Elemental sulfur is the cheapest option. Elemental sulfur is acted upon by the bacteria in the soil and produce a safe concentration/dilution of sulfuric acid. This is an easy way to reduce pH when growing blueberries. Elemental sulfur can be applied to established plants but is most effective when added to soil – 1-2 months prior to the planting of blueberries. Add 1-2 lbs of elemental sulfur per plant area. Usually on elemental sulfur packaging recommended amount of sulfur per plant or planting area is stated. Elemental is best for larger planting areas.

Aluminum sulfate works similar to elemental sulfur where soil bacteria act upon the sulfur in aluminum sulfate to produce plant safe sulfuric acid. Aluminum sulfate is more soluble( mixes easily with water in soil) than elemental sulfur. Because aluminum sulfate mixes so easily with water it lowers pH quicker. Aluminum sulfate is most effective for smaller soil solutions (i.e. container planting). Aluminum sulfate packaging will recommend amount of aluminum sulfur to apply according to plant size and planting situation (i.e containers vs. raised bed)

So the easy way to reduce soil pH is to use Elemental sulfur for large planting areas and aluminum sulfate for blueberry container planting. Elemental sulfur is best when applied 1-2 months prior to planting. However both amendments can be used immediately on established plants. Always follow package recommendations. Note: It is also important to add organic items like pine bark and peat moss to soil bed when planting blueberries. These also help with increasing soil acidity.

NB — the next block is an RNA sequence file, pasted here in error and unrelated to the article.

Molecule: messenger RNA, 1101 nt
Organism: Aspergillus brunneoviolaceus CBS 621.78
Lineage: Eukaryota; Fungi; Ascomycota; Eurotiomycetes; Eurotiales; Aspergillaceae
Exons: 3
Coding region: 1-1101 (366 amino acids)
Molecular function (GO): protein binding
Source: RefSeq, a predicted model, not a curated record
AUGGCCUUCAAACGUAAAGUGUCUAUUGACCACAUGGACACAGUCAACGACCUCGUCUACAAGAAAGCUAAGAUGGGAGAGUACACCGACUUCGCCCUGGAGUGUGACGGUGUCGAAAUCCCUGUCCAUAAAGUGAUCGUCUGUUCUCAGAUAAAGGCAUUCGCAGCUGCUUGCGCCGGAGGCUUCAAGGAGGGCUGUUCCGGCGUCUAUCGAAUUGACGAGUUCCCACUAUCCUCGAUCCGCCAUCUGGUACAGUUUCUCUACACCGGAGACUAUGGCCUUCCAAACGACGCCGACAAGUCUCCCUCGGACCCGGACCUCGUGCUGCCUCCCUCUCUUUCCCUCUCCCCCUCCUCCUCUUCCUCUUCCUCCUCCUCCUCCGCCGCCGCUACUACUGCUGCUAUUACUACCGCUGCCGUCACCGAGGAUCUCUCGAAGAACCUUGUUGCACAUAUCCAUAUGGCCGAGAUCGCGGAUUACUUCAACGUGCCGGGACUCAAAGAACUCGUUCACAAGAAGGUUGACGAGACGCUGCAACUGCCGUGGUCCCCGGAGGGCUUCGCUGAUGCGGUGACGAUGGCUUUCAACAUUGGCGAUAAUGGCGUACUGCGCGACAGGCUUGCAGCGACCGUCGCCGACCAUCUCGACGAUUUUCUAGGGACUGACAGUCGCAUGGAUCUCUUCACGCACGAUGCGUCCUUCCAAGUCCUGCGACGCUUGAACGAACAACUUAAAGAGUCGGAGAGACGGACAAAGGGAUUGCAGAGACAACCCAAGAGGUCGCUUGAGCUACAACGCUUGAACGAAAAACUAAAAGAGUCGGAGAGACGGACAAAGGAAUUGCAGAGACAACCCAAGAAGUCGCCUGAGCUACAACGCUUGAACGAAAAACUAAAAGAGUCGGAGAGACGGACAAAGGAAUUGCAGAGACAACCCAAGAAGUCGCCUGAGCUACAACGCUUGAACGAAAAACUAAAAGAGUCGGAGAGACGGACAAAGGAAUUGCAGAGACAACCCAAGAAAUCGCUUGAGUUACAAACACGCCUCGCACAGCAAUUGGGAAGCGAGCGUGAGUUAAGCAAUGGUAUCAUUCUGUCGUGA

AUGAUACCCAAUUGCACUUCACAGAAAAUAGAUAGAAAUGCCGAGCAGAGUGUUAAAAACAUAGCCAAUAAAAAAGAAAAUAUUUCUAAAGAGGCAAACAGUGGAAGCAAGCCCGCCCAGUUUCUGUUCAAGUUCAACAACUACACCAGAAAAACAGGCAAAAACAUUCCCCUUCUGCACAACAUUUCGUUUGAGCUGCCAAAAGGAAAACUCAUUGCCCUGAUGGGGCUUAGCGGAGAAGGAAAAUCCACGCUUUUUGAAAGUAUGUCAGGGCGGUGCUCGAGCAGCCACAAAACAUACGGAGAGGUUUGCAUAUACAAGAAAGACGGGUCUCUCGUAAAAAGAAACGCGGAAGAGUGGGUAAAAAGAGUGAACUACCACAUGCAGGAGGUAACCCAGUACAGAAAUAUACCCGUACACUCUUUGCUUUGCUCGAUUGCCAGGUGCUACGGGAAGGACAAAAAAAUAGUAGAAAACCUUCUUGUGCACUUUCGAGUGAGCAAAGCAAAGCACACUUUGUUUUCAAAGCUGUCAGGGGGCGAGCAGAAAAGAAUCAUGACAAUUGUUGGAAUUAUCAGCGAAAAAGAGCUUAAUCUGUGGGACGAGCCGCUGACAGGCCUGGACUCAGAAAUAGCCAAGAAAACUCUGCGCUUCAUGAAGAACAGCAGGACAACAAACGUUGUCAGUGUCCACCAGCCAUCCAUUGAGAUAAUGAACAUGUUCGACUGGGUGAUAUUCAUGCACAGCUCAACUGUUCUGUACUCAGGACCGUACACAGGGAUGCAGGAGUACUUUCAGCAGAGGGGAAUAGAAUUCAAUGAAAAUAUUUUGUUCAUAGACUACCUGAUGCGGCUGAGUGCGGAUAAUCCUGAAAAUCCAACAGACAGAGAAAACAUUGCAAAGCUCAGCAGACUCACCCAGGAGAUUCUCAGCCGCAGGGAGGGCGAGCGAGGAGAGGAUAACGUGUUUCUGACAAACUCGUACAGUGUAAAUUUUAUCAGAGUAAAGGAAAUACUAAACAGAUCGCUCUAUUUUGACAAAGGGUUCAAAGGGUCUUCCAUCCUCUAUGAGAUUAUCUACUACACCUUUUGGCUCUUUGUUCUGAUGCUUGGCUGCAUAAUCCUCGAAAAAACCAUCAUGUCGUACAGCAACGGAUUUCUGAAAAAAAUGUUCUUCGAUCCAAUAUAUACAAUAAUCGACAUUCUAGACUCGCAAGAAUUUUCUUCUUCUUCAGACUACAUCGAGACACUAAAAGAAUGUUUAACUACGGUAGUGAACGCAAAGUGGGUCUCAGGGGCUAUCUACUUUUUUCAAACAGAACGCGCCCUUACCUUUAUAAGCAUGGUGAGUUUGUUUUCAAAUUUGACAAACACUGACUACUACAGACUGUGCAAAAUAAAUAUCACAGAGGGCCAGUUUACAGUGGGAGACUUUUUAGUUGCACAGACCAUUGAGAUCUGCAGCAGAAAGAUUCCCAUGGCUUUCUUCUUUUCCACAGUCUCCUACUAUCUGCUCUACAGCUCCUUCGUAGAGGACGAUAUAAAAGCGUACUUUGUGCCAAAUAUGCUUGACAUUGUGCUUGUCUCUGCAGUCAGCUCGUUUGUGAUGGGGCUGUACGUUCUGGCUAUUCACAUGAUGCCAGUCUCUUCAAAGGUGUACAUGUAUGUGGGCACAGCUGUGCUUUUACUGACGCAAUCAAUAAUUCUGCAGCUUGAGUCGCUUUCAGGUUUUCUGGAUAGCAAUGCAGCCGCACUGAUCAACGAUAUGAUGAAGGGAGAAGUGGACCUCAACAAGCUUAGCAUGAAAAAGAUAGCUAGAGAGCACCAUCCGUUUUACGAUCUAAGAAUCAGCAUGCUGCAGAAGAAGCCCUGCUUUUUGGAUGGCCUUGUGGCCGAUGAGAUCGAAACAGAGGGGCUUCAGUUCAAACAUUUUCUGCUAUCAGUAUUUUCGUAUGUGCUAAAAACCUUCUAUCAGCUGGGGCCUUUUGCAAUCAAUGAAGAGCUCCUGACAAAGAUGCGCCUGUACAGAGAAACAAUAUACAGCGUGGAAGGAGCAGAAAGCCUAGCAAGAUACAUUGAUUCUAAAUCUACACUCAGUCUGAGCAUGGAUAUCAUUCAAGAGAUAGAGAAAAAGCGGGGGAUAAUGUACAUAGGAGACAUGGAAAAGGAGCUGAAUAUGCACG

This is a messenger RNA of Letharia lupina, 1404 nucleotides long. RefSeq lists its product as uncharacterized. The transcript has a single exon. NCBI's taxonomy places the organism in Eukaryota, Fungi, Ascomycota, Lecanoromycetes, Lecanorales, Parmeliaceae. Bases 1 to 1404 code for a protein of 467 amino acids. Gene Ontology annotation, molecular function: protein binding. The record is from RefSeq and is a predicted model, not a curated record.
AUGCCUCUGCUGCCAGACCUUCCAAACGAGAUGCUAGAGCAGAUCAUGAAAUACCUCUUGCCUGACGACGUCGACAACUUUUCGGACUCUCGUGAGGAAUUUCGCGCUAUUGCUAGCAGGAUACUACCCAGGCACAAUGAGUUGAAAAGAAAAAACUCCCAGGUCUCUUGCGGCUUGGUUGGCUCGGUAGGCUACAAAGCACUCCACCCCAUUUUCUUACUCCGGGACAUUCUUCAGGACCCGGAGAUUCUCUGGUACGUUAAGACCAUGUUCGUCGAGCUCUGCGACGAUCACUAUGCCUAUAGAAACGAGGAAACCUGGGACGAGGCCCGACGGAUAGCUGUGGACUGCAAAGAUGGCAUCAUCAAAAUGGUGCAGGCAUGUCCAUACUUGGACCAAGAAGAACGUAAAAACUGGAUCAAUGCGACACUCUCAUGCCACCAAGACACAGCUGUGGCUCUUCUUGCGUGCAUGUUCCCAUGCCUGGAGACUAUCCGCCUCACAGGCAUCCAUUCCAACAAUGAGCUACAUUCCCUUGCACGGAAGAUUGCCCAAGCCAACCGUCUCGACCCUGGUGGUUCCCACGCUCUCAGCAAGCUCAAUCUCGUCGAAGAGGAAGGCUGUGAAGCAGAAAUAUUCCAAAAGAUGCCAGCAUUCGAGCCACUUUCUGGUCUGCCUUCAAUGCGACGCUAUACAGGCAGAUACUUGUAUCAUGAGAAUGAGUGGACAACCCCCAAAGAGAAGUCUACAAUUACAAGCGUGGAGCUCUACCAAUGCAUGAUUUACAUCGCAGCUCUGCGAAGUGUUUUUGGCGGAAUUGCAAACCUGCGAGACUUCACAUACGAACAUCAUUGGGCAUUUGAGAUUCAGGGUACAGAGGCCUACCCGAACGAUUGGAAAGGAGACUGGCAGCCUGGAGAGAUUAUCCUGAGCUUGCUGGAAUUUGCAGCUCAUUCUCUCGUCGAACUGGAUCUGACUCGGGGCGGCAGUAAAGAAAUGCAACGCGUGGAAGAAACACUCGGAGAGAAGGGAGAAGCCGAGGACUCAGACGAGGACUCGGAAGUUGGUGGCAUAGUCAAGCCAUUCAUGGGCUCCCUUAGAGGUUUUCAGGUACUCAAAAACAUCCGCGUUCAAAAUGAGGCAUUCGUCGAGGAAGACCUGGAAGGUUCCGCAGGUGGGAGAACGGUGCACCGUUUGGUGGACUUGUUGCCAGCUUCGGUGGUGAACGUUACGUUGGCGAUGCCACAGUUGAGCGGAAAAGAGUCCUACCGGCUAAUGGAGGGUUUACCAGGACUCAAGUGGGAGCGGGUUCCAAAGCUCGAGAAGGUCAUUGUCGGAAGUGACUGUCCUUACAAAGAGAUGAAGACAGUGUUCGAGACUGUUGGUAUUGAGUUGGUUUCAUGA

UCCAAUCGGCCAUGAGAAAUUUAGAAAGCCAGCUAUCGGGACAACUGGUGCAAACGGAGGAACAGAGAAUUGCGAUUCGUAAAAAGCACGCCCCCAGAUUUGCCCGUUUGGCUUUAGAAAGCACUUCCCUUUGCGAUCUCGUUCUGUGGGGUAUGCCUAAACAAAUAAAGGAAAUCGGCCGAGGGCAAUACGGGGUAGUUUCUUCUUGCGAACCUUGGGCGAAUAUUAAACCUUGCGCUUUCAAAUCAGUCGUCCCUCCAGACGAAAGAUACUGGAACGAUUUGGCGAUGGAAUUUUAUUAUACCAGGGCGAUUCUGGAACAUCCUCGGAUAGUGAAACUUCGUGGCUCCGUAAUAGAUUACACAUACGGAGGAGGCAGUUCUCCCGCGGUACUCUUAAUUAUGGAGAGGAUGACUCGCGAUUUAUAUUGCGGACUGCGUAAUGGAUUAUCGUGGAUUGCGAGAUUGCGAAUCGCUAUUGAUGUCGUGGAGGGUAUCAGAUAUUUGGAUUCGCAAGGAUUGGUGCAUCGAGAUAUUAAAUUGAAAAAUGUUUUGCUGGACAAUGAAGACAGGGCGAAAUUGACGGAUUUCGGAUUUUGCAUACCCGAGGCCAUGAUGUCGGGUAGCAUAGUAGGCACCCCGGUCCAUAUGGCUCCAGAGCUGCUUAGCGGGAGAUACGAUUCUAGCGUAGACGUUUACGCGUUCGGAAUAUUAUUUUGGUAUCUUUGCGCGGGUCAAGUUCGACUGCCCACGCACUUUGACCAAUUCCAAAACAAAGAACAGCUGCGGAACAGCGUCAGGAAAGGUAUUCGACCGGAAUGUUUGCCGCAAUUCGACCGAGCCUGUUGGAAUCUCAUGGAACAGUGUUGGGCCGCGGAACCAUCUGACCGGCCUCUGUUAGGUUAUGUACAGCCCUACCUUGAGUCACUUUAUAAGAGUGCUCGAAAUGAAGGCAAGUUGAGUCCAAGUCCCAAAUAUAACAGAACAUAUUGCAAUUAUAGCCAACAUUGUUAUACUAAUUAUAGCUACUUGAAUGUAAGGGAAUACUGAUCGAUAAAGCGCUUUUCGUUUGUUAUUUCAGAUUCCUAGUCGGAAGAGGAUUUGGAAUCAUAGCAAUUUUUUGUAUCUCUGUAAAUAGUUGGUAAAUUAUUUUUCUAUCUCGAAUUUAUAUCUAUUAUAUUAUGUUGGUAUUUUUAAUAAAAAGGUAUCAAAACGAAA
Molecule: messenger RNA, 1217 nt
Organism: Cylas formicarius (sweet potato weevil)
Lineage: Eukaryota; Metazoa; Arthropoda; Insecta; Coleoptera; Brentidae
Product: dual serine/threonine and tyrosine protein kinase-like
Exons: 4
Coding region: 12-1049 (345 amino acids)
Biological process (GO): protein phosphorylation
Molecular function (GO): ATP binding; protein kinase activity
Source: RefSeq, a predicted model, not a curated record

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5 easy tips for a productive blueberry bush

Cultivating a blueberry bush can seem like a daunting task. However here are 5 easy ways to get your blueberry bush off to a great start!

  1. Get good soil acidity by using a combination of pine bark fines and peat moss – a proportion of 3 to 1 is ideal. That would be 3 pounds pine bark fines to 1 pound peat moss. Once thoroughly mixed the bush will do fine growing in this medium.
  2. Use a container with very good drainage. It would be wise to add extra holes to the bottom of a 15 gallon pot – as blueberry bushes are very susceptible to root rot. The excess water more often than not will lead to soil diseases like root rot – which will cause your bush to die!
  3. Do not Fertilize until 2 months of growth. Fertilizing early or use of too much fertilizer will get you a luscious green bush with very little fruit.
  4. Place the bush in full sun. Bushes need the sun to help the leaves manufacture fruit.
  5. Leave the bush alone! Nature- once given the proper conditions and time will amaze you.

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Florida blueberries – side by side

Southern Highbush blueberryRabbiteye blueberry
grow 4-6 feet tallgrow 8-10 feet tall
flower in februaryflower in March
need frost protectionmay NOT need frost protection
need 3 to 5% organic matter in soilrequire less organic matter in soil
susceptible to some soil diseasessusceptible to less soil diseases
generally larger berriesmedium to large berries
resistant to foliar diseasesresistant to foliar diseases